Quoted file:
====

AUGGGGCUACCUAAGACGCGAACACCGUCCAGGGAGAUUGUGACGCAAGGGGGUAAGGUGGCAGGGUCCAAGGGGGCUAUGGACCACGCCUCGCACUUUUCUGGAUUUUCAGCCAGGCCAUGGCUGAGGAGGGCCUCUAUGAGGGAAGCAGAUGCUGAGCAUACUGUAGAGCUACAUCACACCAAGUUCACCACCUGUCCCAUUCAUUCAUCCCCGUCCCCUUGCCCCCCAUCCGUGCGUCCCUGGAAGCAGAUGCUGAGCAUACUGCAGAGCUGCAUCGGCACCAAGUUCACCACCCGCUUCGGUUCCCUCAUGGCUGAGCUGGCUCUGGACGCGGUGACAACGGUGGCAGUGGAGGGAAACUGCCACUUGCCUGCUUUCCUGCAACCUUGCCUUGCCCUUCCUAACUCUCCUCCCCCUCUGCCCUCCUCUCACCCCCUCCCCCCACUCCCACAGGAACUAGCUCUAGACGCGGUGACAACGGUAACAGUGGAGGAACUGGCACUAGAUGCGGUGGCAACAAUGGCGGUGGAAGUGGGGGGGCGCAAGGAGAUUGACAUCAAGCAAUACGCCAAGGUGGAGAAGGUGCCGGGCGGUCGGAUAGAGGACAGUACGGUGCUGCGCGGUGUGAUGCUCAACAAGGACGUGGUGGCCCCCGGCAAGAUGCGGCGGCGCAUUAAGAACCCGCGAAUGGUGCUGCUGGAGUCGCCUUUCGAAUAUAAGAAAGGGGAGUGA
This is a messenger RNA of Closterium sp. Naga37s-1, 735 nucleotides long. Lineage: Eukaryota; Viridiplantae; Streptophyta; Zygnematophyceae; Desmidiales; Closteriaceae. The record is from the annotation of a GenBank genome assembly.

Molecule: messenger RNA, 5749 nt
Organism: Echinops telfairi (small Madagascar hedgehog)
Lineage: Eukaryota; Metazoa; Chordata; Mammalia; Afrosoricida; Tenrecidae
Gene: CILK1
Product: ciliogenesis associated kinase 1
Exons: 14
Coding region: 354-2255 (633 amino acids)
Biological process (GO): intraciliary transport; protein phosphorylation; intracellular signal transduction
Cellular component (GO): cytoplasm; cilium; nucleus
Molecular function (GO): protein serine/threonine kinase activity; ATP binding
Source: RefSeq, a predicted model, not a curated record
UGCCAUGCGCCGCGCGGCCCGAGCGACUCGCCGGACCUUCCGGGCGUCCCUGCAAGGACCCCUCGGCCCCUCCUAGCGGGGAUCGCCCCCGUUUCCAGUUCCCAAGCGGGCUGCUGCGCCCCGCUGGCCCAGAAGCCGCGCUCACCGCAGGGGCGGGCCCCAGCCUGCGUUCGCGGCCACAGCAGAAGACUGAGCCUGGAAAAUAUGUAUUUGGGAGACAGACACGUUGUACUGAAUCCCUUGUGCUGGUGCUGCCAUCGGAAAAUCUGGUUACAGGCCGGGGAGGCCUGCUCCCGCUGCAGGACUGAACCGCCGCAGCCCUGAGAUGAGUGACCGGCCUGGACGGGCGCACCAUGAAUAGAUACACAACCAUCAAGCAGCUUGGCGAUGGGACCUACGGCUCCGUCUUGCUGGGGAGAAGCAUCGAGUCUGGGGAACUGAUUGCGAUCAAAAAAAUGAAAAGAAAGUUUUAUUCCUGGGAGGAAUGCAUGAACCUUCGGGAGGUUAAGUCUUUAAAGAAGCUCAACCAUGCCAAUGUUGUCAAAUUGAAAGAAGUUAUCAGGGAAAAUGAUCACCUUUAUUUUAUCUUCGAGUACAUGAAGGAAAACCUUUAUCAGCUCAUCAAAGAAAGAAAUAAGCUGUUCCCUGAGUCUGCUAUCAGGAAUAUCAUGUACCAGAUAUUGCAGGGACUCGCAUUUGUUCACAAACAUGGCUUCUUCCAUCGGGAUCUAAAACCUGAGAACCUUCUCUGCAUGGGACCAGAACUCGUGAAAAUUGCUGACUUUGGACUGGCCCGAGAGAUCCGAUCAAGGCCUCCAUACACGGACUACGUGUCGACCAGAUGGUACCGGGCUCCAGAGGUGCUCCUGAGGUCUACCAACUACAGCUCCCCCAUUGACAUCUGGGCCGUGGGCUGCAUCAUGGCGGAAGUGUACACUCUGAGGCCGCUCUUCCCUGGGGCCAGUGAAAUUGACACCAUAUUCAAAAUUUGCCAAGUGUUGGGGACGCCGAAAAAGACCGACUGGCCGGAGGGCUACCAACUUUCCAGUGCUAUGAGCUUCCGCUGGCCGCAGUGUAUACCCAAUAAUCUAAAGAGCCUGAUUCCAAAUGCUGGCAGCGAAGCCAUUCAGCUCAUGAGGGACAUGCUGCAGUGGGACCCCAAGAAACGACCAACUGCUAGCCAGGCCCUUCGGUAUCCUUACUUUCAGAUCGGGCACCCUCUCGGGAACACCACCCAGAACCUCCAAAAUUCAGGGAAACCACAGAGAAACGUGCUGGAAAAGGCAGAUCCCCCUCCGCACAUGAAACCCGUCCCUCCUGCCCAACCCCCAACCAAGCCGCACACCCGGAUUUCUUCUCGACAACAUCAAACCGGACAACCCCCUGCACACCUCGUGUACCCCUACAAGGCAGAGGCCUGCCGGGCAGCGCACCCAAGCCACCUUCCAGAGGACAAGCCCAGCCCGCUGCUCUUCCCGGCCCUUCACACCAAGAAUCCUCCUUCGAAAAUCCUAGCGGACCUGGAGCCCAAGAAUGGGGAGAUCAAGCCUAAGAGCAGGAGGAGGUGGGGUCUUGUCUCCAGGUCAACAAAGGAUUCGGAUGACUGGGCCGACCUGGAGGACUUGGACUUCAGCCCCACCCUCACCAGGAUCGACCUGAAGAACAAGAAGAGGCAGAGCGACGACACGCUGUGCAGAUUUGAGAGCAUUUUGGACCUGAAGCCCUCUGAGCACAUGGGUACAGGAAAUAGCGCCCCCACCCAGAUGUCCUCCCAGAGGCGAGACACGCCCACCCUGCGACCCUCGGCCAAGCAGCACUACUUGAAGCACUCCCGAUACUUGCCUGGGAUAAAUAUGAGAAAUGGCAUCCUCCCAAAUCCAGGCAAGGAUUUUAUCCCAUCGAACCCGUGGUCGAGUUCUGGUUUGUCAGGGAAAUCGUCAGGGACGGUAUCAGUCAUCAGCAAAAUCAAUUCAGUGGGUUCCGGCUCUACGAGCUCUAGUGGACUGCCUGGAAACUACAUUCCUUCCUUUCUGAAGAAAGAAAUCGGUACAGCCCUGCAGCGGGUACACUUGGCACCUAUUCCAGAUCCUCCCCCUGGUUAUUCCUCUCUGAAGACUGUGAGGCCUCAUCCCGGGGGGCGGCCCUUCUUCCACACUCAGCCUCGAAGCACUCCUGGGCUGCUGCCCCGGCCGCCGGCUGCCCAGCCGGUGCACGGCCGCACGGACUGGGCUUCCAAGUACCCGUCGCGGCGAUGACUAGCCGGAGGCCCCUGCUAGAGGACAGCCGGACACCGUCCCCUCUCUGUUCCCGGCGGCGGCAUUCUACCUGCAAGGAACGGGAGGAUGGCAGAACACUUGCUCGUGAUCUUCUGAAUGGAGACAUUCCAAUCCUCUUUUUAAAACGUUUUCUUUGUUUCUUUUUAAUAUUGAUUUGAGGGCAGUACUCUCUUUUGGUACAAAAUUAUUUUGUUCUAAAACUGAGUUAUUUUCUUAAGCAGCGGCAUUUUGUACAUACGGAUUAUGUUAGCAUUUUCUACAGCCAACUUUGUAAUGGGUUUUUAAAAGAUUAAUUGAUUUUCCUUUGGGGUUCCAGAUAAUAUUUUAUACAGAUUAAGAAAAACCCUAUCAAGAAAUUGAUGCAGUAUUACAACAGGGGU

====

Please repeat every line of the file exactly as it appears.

AUGGGGCUACCUAAGACGCGAACACCGUCCAGGGAGAUUGUGACGCAAGGGGGUAAGGUGGCAGGGUCCAAGGGGGCUAUGGACCACGCCUCGCACUUUUCUGGAUUUUCAGCCAGGCCAUGGCUGAGGAGGGCCUCUAUGAGGGAAGCAGAUGCUGAGCAUACUGUAGAGCUACAUCACACCAAGUUCACCACCUGUCCCAUUCAUUCAUCCCCGUCCCCUUGCCCCCCAUCCGUGCGUCCCUGGAAGCAGAUGCUGAGCAUACUGCAGAGCUGCAUCGGCACCAAGUUCACCACCCGCUUCGGUUCCCUCAUGGCUGAGCUGGCUCUGGACGCGGUGACAACGGUGGCAGUGGAGGGAAACUGCCACUUGCCUGCUUUCCUGCAACCUUGCCUUGCCCUUCCUAACUCUCCUCCCCCUCUGCCCUCCUCUCACCCCCUCCCCCCACUCCCACAGGAACUAGCUCUAGACGCGGUGACAACGGUAACAGUGGAGGAACUGGCACUAGAUGCGGUGGCAACAAUGGCGGUGGAAGUGGGGGGGCGCAAGGAGAUUGACAUCAAGCAAUACGCCAAGGUGGAGAAGGUGCCGGGCGGUCGGAUAGAGGACAGUACGGUGCUGCGCGGUGUGAUGCUCAACAAGGACGUGGUGGCCCCCGGCAAGAUGCGGCGGCGCAUUAAGAACCCGCGAAUGGUGCUGCUGGAGUCGCCUUUCGAAUAUAAGAAAGGGGAGUGA
This is a messenger RNA of Closterium sp. Naga37s-1, 735 nucleotides long. Lineage: Eukaryota; Viridiplantae; Streptophyta; Zygnematophyceae; Desmidiales; Closteriaceae. The record is from the annotation of a GenBank genome assembly.

Molecule: messenger RNA, 5749 nt
Organism: Echinops telfairi (small Madagascar hedgehog)
Lineage: Eukaryota; Metazoa; Chordata; Mammalia; Afrosoricida; Tenrecidae
Gene: CILK1
Product: ciliogenesis associated kinase 1
Exons: 14
Coding region: 354-2255 (633 amino acids)
Biological process (GO): intraciliary transport; protein phosphorylation; intracellular signal transduction
Cellular component (GO): cytoplasm; cilium; nucleus
Molecular function (GO): protein serine/threonine kinase activity; ATP binding
Source: RefSeq, a predicted model, not a curated record
UGCCAUGCGCCGCGCGGCCCGAGCGACUCGCCGGACCUUCCGGGCGUCCCUGCAAGGACCCCUCGGCCCCUCCUAGCGGGGAUCGCCCCCGUUUCCAGUUCCCAAGCGGGCUGCUGCGCCCCGCUGGCCCAGAAGCCGCGCUCACCGCAGGGGCGGGCCCCAGCCUGCGUUCGCGGCCACAGCAGAAGACUGAGCCUGGAAAAUAUGUAUUUGGGAGACAGACACGUUGUACUGAAUCCCUUGUGCUGGUGCUGCCAUCGGAAAAUCUGGUUACAGGCCGGGGAGGCCUGCUCCCGCUGCAGGACUGAACCGCCGCAGCCCUGAGAUGAGUGACCGGCCUGGACGGGCGCACCAUGAAUAGAUACACAACCAUCAAGCAGCUUGGCGAUGGGACCUACGGCUCCGUCUUGCUGGGGAGAAGCAUCGAGUCUGGGGAACUGAUUGCGAUCAAAAAAAUGAAAAGAAAGUUUUAUUCCUGGGAGGAAUGCAUGAACCUUCGGGAGGUUAAGUCUUUAAAGAAGCUCAACCAUGCCAAUGUUGUCAAAUUGAAAGAAGUUAUCAGGGAAAAUGAUCACCUUUAUUUUAUCUUCGAGUACAUGAAGGAAAACCUUUAUCAGCUCAUCAAAGAAAGAAAUAAGCUGUUCCCUGAGUCUGCUAUCAGGAAUAUCAUGUACCAGAUAUUGCAGGGACUCGCAUUUGUUCACAAACAUGGCUUCUUCCAUCGGGAUCUAAAACCUGAGAACCUUCUCUGCAUGGGACCAGAACUCGUGAAAAUUGCUGACUUUGGACUGGCCCGAGAGAUCCGAUCAAGGCCUCCAUACACGGACUACGUGUCGACCAGAUGGUACCGGGCUCCAGAGGUGCUCCUGAGGUCUACCAACUACAGCUCCCCCAUUGACAUCUGGGCCGUGGGCUGCAUCAUGGCGGAAGUGUACACUCUGAGGCCGCUCUUCCCUGGGGCCAGUGAAAUUGACACCAUAUUCAAAAUUUGCCAAGUGUUGGGGACGCCGAAAAAGACCGACUGGCCGGAGGGCUACCAACUUUCCAGUGCUAUGAGCUUCCGCUGGCCGCAGUGUAUACCCAAUAAUCUAAAGAGCCUGAUUCCAAAUGCUGGCAGCGAAGCCAUUCAGCUCAUGAGGGACAUGCUGCAGUGGGACCCCAAGAAACGACCAACUGCUAGCCAGGCCCUUCGGUAUCCUUACUUUCAGAUCGGGCACCCUCUCGGGAACACCACCCAGAACCUCCAAAAUUCAGGGAAACCACAGAGAAACGUGCUGGAAAAGGCAGAUCCCCCUCCGCACAUGAAACCCGUCCCUCCUGCCCAACCCCCAACCAAGCCGCACACCCGGAUUUCUUCUCGACAACAUCAAACCGGACAACCCCCUGCACACCUCGUGUACCCCUACAAGGCAGAGGCCUGCCGGGCAGCGCACCCAAGCCACCUUCCAGAGGACAAGCCCAGCCCGCUGCUCUUCCCGGCCCUUCACACCAAGAAUCCUCCUUCGAAAAUCCUAGCGGACCUGGAGCCCAAGAAUGGGGAGAUCAAGCCUAAGAGCAGGAGGAGGUGGGGUCUUGUCUCCAGGUCAACAAAGGAUUCGGAUGACUGGGCCGACCUGGAGGACUUGGACUUCAGCCCCACCCUCACCAGGAUCGACCUGAAGAACAAGAAGAGGCAGAGCGACGACACGCUGUGCAGAUUUGAGAGCAUUUUGGACCUGAAGCCCUCUGAGCACAUGGGUACAGGAAAUAGCGCCCCCACCCAGAUGUCCUCCCAGAGGCGAGACACGCCCACCCUGCGACCCUCGGCCAAGCAGCACUACUUGAAGCACUCCCGAUACUUGCCUGGGAUAAAUAUGAGAAAUGGCAUCCUCCCAAAUCCAGGCAAGGAUUUUAUCCCAUCGAACCCGUGGUCGAGUUCUGGUUUGUCAGGGAAAUCGUCAGGGACGGUAUCAGUCAUCAGCAAAAUCAAUUCAGUGGGUUCCGGCUCUACGAGCUCUAGUGGACUGCCUGGAAACUACAUUCCUUCCUUUCUGAAGAAAGAAAUCGGUACAGCCCUGCAGCGGGUACACUUGGCACCUAUUCCAGAUCCUCCCCCUGGUUAUUCCUCUCUGAAGACUGUGAGGCCUCAUCCCGGGGGGCGGCCCUUCUUCCACACUCAGCCUCGAAGCACUCCUGGGCUGCUGCCCCGGCCGCCGGCUGCCCAGCCGGUGCACGGCCGCACGGACUGGGCUUCCAAGUACCCGUCGCGGCGAUGACUAGCCGGAGGCCCCUGCUAGAGGACAGCCGGACACCGUCCCCUCUCUGUUCCCGGCGGCGGCAUUCUACCUGCAAGGAACGGGAGGAUGGCAGAACACUUGCUCGUGAUCUUCUGAAUGGAGACAUUCCAAUCCUCUUUUUAAAACGUUUUCUUUGUUUCUUUUUAAUAUUGAUUUGAGGGCAGUACUCUCUUUUGGUACAAAAUUAUUUUGUUCUAAAACUGAGUUAUUUUCUUAAGCAGCGGCAUUUUGUACAUACGGAUUAUGUUAGCAUUUUCUACAGCCAACUUUGUAAUGGGUUUUUAAAAGAUUAAUUGAUUUUCCUUUGGGGUUCCAGAUAAUAUUUUAUACAGAUUAAGAAAAACCCUAUCAAGAAAUUGAUGCAGUAUUACAACAGGGGU